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One Space or Two? The Punctuation Battle of Generations

How a holdover from the days of typewriters inspires fierce loyalty from the masses.

By Leslie Ayres

Are you still clinging on to a habit that became obsolete decades ago?

In it, I included the tip to do a “find and replace” search in your word-processing program and turn all double spaces into single spaces.

As I said in the article, there is no reason to ever have two spaces in a business document.

One space or two?

Why is this even a question? Because it’s a style that has completely changed in the last generation.

A little history:

When books were set by hand, there was a special wider space that was used between sentences. But when typewriters were invented, all the characters were the same size, so creating a wider space required hitting the space key twice.

In the 1980s, computers and digital fonts took over, our word processing or web publishing software programs were created to make the adjustments automatically, and so then we needed just one space after a period.

In fact, using two spaces began to be considered an error in punctuation, which is why if you work in Microsoft Word, you’ll see a green underline that shows an error in grammar or punctuation when you put an extra space after the period.

And when you type into a web program, like the comments section here, the HTML will automatically delete the extra spaces.

Is two spaces always totally wrong?

One of the most eloquent and no-doubt-about-it opinions is from Farhad Manjoo of Slate.com, who wrote that “Typing two spaces after a period is totally, complete, utterly and inarguably wrong.”

He, like me, is surprised at the number of people who still use two spaces, and even more surprised at their misplaced confidence that two spaces is absolutely, positively, the proper way to do it.

Business and personal use are two different things, of course.

I want to make sure you understand where I’m coming from. Yes, I am a grammar, spelling and punctuation nitpicker, but I’m not an English teacher. I’m a recruiter and job search coach.

I’m talking about what is proper in business usage.

Business standard is one space.

In the business world—which includes your business emails, cover letters and your resume—it is important to follow standard usage, and that means one space after a period.

Every style guide will tell you to use one space. Every typographer will tell you to use one space. Every editor will tell you to use one space. Anything you read, including magazines, newspapers, books and websites, has been laid out using one space after a period. It’s simply how it’s done.

And yet, it still seems controversial.

On the personal side, do as you wish.

I’m only talking about business writing here.

Language is an art, and if your art requires putting six periods between every sentence or making everything a haiku poem when you’re writing on your blog or to your favorite Google email list, go for it.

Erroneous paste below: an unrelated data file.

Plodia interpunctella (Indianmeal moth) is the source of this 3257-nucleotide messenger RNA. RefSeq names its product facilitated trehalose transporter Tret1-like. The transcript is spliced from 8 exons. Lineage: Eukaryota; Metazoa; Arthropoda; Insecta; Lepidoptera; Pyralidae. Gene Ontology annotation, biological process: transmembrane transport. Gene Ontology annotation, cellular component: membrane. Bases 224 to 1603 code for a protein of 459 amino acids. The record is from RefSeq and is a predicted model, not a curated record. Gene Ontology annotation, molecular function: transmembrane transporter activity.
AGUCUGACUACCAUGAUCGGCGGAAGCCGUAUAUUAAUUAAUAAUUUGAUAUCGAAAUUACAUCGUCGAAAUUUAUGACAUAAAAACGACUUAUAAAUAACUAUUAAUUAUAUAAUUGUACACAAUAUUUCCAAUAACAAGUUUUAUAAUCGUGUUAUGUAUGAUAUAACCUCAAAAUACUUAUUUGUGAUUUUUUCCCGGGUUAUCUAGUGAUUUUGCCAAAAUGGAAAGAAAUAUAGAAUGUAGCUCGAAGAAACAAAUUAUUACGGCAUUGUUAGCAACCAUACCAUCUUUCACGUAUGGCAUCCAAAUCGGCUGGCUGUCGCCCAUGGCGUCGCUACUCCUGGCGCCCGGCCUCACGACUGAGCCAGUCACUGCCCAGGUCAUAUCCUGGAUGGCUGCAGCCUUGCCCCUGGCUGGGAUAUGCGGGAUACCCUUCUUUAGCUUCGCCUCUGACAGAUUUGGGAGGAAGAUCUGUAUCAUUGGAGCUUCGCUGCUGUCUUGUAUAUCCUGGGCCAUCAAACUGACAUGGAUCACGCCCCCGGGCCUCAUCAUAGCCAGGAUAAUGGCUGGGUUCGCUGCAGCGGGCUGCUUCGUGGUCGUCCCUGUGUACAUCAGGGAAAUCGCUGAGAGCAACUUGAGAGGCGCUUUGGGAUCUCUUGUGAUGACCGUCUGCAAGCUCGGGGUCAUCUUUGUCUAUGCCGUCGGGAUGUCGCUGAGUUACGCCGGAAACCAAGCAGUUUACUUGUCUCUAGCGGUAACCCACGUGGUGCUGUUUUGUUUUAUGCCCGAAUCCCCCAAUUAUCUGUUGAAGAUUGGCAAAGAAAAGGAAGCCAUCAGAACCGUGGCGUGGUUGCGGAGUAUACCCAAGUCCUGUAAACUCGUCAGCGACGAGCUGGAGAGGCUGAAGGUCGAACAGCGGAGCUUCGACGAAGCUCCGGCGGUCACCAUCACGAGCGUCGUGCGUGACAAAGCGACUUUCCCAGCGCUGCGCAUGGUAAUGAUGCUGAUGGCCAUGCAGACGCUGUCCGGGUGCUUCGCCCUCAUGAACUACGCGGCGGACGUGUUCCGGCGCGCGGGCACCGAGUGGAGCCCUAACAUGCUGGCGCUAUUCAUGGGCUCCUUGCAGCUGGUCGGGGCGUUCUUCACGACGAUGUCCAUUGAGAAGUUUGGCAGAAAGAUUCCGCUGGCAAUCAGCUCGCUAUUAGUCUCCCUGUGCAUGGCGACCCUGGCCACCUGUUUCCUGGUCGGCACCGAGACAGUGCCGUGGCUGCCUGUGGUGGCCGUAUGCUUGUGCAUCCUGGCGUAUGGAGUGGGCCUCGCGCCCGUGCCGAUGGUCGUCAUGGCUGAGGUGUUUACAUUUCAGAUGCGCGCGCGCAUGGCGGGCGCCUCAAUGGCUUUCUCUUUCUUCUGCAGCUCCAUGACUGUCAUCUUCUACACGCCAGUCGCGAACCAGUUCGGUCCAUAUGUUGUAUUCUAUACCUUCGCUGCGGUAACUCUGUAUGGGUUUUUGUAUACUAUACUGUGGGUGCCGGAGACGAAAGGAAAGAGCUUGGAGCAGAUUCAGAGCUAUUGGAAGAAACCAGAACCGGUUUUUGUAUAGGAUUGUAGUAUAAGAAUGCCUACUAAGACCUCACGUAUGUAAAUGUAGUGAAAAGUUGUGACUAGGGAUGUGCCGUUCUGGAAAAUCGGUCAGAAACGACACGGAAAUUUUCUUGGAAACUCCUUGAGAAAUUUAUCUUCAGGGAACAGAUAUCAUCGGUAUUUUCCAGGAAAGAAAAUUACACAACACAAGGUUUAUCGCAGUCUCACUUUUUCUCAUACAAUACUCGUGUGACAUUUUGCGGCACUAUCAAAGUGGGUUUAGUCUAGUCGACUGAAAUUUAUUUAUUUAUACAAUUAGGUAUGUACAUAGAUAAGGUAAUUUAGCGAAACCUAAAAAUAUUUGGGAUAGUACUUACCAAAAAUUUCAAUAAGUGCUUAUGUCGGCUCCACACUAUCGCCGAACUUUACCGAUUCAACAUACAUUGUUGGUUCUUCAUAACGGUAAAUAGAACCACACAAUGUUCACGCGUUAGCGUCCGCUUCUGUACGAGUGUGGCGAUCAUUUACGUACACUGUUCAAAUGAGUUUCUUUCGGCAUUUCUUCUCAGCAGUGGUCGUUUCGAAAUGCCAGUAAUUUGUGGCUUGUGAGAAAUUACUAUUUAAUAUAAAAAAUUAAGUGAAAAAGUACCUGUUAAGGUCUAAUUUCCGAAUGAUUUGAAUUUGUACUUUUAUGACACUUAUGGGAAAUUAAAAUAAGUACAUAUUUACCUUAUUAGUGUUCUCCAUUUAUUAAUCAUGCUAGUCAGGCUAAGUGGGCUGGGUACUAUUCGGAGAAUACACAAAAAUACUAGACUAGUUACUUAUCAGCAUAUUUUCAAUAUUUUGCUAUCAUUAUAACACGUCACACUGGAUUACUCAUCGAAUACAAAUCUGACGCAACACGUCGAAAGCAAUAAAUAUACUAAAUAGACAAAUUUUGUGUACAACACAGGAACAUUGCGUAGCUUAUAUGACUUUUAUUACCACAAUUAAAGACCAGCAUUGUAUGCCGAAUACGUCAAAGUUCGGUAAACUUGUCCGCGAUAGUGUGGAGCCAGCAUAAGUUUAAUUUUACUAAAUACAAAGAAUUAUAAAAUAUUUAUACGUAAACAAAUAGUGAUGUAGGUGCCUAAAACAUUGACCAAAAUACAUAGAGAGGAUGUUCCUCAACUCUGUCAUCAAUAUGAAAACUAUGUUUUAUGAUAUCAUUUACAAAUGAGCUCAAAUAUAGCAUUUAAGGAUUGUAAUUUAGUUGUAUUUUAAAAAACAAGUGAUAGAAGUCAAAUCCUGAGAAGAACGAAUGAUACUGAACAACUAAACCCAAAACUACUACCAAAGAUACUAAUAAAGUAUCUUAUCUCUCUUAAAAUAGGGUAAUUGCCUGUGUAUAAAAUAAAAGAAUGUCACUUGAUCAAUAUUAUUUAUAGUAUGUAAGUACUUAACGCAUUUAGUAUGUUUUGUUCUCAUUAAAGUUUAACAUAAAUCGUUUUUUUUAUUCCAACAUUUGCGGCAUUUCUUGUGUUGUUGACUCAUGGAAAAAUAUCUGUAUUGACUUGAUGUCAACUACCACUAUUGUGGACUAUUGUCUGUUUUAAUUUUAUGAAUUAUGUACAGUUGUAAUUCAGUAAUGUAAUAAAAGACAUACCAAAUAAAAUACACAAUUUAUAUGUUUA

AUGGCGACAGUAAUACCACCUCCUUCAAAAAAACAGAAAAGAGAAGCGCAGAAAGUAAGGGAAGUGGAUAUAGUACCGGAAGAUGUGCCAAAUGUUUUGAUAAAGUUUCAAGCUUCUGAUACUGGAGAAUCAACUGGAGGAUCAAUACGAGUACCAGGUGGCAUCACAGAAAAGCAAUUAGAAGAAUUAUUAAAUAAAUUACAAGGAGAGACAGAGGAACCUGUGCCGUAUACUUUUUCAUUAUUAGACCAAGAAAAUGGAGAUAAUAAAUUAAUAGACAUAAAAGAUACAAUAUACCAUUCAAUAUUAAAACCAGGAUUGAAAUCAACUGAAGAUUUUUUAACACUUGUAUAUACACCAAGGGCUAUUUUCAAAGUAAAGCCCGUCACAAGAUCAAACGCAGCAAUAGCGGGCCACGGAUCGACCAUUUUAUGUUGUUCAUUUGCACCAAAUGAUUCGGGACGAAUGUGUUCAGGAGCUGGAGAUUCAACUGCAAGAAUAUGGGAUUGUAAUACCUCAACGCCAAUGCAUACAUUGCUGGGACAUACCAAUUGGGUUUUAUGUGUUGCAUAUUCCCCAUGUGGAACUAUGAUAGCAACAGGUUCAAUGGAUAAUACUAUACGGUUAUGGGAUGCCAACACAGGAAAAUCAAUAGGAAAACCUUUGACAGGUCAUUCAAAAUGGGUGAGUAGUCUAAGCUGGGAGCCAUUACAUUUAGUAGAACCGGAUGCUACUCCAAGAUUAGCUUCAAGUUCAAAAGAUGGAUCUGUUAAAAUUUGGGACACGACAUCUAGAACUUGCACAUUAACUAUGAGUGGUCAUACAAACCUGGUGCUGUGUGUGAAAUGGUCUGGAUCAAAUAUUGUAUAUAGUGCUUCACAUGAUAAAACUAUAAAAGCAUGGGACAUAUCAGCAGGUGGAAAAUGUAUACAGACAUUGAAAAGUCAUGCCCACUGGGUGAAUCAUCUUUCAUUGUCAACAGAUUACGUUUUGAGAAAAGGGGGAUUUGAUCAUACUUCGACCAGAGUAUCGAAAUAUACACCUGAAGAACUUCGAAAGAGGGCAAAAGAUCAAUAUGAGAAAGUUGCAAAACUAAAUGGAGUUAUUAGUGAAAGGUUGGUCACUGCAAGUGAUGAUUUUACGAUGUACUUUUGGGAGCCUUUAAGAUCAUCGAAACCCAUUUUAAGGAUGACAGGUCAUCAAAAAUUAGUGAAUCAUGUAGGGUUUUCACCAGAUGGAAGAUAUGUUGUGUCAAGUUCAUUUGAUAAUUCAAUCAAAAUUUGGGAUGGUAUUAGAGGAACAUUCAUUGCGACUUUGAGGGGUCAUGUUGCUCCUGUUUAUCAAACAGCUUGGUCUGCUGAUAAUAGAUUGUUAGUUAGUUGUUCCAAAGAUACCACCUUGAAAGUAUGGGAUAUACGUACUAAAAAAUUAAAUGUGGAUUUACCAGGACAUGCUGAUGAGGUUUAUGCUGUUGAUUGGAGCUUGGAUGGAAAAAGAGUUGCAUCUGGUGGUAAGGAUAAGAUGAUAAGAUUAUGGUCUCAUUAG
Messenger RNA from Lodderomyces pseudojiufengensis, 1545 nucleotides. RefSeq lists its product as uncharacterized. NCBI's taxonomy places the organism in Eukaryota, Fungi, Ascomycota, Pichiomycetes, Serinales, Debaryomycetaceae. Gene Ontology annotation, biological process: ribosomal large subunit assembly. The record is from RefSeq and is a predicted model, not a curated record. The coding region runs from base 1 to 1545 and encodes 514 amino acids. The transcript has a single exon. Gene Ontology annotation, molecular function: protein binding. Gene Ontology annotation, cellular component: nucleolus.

In fact, I write my personal emails in all lower case. I find it faster and it fits my style. But that’s only for personal correspondence, never for business.

There are some style guides for college papers that call for two spaces, but they also call for double spacing between lines, because the style is meant for a teacher to have plenty of room to make comments or edits, not for business or publication.

“But that’s how I was taught and I can’t change.”

One thing is clear: people are freakin’ passionate about their opinion on this one, and the predominant reasoning of the two-spacers is some version of “that’s how I was taught, so that’s what seems right to me.”

I’ve even read comments from school teachers who acknowledge that two spaces is wrong, but still insist on teaching it to their students!

Come on folks, I relearned it, and so can you.

It’s time to give up the two spaces, people.

Yes, when we typed on typewriters, two spaces was the style. That was then and this is now.

Now we type on software with great typography capabilities, and we don’t have to trick it into leaving a little extra space for readability. It can do it on its own.

Why do I care?

Again, I’m talking about how this comes into play in a job search.

When I review your resume created in Microsoft Word, it shows me green underlines where you’ve insisted on using double spaces after a period, and that distracts me from the actual content.

Even if you send me a .pdf, my eye is trained to read documents, and I can see where an extra space has been left in, whether it’s between words or between sentences.

Those extras spaces catch my eye, and that moment of distraction means that instead of, “wow, this person looks perfect,” I am thinking, “there is a mistake” or “here’s another person who hasn’t learned to do things in the digital age.”

Is it a minor issue? Sure, in the scale of life, it might even be called petty.

But if that petty mistake diverts the attention of someone who’s considering hiring you, that little difference could be a costly choice.

So give it up, and come on over to the one-spacer side.

Heck, I bet your right thumb will thank you, too.